"

The Declaration of Independence for Writers

When in the Course of publishing events, it becomes necessary for writers to sever their ties with the industry that is supposed to have “nurtured” them, a decent respect to the opinions of mankind requires that we should declare the causes which impel those writers to the separation.

We hold these truths to be self-evident, that all writers should have an equal chance to find readers. That their successes or failures should be dependent upon their own actions and their own choices. That they should be paid fairly for their work. That they should have control over the works they produce. That they should have immediate and accurate access to their sales data. That they should be paid promptly. That they should not be restricted from reaching those who may enjoy their work. That whenever a publisher becomes destructive of these ends, it is the Right of Authors to abolish all connections with the offending parties.

The history of the legacy publishing industry is a history of repeated injuries and usurpations, all having in direct object the establishment of an absolute Tyranny over writers. To prove this, let Facts be submitted to a candid world.

They have given us take-it-or-leave-it, one-sided, unconscionable contracts.
They have failed to adequately market works they have acquired.
They have artificially inflated the price of ebooks.
They have refused to negotiate better ebook royalties for authors.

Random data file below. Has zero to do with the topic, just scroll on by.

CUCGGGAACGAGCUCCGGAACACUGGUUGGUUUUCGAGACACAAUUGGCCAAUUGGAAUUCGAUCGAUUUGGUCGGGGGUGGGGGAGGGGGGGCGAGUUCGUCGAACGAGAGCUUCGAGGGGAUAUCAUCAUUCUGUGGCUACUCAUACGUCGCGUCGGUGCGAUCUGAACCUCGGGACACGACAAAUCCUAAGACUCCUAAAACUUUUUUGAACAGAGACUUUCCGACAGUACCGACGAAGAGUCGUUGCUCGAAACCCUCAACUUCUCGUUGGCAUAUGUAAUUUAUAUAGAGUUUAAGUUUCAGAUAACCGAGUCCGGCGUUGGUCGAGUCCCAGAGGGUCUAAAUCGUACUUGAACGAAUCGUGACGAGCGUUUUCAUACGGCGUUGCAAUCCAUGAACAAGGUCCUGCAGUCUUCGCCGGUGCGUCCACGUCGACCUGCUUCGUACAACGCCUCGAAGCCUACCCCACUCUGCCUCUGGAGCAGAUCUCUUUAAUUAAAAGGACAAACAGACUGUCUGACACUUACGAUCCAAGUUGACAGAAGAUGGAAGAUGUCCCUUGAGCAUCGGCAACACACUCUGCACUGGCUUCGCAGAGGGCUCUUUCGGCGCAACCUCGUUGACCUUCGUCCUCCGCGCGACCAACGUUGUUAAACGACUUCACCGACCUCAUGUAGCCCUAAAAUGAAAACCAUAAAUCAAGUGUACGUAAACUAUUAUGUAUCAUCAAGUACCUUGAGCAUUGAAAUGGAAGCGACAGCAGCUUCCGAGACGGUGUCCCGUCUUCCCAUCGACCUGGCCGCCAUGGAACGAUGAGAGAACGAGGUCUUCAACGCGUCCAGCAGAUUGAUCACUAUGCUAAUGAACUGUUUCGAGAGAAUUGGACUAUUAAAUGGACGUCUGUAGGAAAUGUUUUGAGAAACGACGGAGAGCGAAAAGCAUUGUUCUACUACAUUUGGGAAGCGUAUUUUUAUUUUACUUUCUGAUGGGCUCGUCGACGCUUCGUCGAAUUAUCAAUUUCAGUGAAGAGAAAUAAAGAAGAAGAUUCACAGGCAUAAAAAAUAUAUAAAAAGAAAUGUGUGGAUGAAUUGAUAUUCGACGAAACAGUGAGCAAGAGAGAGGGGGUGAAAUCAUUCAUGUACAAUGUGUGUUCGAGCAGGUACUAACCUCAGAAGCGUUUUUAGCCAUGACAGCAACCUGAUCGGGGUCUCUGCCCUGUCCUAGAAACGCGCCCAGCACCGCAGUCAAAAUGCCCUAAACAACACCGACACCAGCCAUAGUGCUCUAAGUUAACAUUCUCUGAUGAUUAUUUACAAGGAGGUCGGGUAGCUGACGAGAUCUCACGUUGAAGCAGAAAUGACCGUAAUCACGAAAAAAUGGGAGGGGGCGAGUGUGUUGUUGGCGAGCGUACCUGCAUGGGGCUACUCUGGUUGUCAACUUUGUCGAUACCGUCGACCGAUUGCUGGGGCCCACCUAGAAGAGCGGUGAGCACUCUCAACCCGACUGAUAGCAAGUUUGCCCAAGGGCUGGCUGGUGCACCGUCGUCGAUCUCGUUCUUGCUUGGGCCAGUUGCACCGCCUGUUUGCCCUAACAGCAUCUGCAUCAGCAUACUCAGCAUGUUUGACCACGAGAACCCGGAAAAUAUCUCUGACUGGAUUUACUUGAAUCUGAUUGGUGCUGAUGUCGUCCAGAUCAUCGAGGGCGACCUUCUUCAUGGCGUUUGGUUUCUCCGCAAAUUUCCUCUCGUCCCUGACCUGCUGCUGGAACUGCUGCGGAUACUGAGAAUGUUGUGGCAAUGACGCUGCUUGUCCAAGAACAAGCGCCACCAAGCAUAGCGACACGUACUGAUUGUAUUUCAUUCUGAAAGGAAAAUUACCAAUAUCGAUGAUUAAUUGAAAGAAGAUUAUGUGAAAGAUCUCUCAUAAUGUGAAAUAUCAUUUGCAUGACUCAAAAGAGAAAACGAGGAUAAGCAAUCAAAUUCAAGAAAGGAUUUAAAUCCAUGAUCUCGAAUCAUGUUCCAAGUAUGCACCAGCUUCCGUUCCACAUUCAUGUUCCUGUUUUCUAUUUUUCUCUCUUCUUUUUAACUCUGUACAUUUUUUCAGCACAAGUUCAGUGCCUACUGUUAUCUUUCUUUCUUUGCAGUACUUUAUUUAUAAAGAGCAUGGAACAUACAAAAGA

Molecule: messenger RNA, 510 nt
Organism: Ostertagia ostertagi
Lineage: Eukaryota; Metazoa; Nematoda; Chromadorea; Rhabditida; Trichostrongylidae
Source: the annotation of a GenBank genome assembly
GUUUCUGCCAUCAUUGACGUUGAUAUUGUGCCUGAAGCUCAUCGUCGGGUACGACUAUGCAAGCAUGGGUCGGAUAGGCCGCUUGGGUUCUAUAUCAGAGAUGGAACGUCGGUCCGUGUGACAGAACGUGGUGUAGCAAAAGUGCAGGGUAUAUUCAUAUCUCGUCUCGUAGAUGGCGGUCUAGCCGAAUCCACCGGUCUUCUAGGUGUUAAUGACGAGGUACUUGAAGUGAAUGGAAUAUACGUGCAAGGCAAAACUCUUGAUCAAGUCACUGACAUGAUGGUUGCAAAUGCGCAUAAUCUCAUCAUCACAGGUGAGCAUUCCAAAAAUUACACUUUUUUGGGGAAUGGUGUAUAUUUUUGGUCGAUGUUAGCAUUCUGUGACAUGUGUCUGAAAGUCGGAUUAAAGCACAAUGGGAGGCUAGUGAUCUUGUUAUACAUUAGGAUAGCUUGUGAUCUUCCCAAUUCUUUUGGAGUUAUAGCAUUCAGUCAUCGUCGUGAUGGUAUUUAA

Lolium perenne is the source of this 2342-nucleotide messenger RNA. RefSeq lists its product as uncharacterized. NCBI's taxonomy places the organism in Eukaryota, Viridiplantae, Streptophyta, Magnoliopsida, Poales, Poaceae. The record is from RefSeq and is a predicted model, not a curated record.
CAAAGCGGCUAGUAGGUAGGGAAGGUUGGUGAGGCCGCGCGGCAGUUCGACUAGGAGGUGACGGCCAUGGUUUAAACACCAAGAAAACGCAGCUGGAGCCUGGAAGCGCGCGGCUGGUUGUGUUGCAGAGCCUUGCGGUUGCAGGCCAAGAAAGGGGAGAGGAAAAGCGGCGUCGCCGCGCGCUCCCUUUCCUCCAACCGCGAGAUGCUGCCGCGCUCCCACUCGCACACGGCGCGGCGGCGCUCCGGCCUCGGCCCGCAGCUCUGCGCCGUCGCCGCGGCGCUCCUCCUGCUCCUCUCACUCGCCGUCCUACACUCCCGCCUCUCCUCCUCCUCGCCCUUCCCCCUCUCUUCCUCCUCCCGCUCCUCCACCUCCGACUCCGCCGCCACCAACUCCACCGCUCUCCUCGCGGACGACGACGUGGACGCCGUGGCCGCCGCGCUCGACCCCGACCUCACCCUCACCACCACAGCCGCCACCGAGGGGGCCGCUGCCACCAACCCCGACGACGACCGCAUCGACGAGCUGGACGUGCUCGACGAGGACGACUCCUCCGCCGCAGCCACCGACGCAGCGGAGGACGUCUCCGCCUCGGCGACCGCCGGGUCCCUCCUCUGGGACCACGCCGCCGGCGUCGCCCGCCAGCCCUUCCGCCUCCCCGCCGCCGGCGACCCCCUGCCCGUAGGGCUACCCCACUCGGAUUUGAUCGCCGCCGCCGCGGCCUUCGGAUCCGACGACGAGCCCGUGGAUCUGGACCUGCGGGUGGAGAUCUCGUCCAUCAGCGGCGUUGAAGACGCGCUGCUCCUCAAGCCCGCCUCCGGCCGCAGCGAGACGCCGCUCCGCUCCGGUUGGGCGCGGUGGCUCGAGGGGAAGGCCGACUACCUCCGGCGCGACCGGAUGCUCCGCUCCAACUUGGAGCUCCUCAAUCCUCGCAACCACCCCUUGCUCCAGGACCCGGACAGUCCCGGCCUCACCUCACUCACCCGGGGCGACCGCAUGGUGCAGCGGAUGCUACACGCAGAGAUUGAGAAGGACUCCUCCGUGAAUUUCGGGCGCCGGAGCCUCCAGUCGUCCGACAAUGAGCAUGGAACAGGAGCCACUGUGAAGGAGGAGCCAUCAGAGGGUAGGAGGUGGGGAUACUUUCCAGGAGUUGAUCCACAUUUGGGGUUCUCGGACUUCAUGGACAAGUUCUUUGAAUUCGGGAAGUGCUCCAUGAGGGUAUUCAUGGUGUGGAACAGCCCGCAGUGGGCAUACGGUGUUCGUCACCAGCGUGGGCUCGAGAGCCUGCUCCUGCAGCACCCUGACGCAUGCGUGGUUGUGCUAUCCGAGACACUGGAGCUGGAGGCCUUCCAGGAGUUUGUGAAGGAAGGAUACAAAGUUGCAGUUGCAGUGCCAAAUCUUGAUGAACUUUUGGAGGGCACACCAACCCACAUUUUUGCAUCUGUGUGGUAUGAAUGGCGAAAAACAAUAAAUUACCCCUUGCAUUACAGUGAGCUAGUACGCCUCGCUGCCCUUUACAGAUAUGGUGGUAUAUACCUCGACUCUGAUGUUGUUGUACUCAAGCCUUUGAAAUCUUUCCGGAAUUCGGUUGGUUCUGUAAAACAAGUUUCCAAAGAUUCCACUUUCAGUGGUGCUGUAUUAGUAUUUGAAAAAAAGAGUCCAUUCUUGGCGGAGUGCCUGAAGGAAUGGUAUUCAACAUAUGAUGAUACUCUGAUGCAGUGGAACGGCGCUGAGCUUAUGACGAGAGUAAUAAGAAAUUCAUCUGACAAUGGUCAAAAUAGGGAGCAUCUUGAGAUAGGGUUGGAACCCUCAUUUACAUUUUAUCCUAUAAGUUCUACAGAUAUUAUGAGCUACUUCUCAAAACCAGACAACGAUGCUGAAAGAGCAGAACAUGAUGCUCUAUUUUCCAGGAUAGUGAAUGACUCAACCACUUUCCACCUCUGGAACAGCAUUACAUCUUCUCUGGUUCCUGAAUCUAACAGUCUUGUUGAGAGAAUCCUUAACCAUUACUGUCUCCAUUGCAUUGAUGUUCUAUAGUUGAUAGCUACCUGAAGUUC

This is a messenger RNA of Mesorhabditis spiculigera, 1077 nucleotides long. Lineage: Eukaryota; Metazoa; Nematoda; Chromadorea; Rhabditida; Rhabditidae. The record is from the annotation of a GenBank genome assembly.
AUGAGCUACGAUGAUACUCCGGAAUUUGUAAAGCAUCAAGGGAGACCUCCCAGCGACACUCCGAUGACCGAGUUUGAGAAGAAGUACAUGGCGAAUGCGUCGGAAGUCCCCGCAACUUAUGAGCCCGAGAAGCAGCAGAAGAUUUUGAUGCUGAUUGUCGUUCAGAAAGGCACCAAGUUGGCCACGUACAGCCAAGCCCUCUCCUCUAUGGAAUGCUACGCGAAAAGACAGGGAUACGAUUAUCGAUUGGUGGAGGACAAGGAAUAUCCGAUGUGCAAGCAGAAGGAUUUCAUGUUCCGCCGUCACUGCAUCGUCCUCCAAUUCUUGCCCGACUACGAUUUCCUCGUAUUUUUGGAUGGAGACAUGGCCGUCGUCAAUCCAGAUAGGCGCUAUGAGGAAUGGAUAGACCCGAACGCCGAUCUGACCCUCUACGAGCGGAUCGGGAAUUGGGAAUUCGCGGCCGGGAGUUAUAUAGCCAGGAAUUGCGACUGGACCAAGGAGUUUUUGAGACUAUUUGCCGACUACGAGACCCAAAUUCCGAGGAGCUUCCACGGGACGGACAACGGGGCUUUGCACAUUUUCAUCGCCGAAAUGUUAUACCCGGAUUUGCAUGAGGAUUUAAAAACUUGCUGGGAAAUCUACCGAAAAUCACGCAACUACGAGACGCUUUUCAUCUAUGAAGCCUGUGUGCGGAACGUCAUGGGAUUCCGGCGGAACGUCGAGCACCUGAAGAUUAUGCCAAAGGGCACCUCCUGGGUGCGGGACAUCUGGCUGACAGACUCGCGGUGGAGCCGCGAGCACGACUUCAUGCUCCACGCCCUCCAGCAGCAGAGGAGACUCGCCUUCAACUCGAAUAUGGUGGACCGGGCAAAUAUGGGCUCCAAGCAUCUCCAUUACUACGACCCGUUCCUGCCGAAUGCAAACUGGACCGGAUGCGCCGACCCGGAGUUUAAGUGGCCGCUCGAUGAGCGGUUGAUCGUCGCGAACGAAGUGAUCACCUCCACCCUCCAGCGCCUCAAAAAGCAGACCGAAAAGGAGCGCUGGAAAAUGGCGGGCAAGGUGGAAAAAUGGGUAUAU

They have forced unnecessary editing changes on authors.
They have forced unnecessary title changes on authors.
They have forced crappy covers on authors.
They have refused to exploit rights they own.
They have refused to return rights they aren’t properly exploiting.
They take far too long to bring acquired works to market.
They take far too long to pay writers advances and royalties.
Their royalty statements are opaque, out-of-date, and inaccurate.
They orphan authors.
They orphan books.
They refuse to treat authors as equals, let alone with a reasonable measure of fairness.
They make mistakes and take no responsibility for those mistakes.
For every hope they nurture, they unnecessarily neglect and destroy countless others.
They have made accessories of the authors’ ostensible representative organization, the quisling Authors Guild, and are served, too, by the misleadingly named Association of Authors’ Representatives.
They have failed to honor promises made.
They have failed to honor their own onerous contract terms.
They’ve failed the vast majority of authors, period.

This blog has documented nearly every stage of these Oppressions, and in many cases offered solutions to publishers, and has been answered with only silence and derision.

But that’s okay. Because now authors have a choice.

I don’t need legacy publishing, and I will never be taken advantage of again. I declare myself independent of the entire archaic, broken, corrupt system.

And I won’t be the last to do so.

"

— Joe Konrath

(Source: jakonrath.blogspot.com)

Should be interesting to see how this turns out. I doubt that Penguin is going to get their money back though.